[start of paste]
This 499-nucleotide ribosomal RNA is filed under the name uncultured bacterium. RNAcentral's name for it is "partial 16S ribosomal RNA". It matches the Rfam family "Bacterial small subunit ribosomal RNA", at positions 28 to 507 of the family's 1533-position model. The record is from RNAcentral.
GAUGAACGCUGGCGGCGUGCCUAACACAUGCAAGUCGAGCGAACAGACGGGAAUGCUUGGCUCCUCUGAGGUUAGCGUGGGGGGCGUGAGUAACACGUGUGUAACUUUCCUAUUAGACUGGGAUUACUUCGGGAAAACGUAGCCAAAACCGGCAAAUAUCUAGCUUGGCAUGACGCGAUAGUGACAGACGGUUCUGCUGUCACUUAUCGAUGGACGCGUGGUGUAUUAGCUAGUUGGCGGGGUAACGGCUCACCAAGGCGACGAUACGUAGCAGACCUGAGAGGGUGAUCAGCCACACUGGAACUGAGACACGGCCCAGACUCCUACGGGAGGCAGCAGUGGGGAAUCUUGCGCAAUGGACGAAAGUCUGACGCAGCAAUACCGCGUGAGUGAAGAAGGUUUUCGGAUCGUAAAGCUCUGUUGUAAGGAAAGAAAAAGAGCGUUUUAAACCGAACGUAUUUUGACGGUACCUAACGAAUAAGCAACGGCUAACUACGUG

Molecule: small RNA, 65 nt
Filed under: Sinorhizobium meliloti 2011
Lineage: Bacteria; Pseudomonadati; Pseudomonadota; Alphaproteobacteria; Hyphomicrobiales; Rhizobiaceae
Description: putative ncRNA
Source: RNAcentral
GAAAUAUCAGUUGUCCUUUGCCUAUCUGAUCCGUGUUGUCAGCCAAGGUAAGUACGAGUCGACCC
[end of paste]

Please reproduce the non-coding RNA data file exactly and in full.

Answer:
This 499-nucleotide ribosomal RNA is filed under the name uncultured bacterium. RNAcentral's name for it is "partial 16S ribosomal RNA". It matches the Rfam family "Bacterial small subunit ribosomal RNA", at positions 28 to 507 of the family's 1533-position model. The record is from RNAcentral.
GAUGAACGCUGGCGGCGUGCCUAACACAUGCAAGUCGAGCGAACAGACGGGAAUGCUUGGCUCCUCUGAGGUUAGCGUGGGGGGCGUGAGUAACACGUGUGUAACUUUCCUAUUAGACUGGGAUUACUUCGGGAAAACGUAGCCAAAACCGGCAAAUAUCUAGCUUGGCAUGACGCGAUAGUGACAGACGGUUCUGCUGUCACUUAUCGAUGGACGCGUGGUGUAUUAGCUAGUUGGCGGGGUAACGGCUCACCAAGGCGACGAUACGUAGCAGACCUGAGAGGGUGAUCAGCCACACUGGAACUGAGACACGGCCCAGACUCCUACGGGAGGCAGCAGUGGGGAAUCUUGCGCAAUGGACGAAAGUCUGACGCAGCAAUACCGCGUGAGUGAAGAAGGUUUUCGGAUCGUAAAGCUCUGUUGUAAGGAAAGAAAAAGAGCGUUUUAAACCGAACGUAUUUUGACGGUACCUAACGAAUAAGCAACGGCUAACUACGUG

Molecule: small RNA, 65 nt
Filed under: Sinorhizobium meliloti 2011
Lineage: Bacteria; Pseudomonadati; Pseudomonadota; Alphaproteobacteria; Hyphomicrobiales; Rhizobiaceae
Description: putative ncRNA
Source: RNAcentral
GAAAUAUCAGUUGUCCUUUGCCUAUCUGAUCCGUGUUGUCAGCCAAGGUAAGUACGAGUCGACCC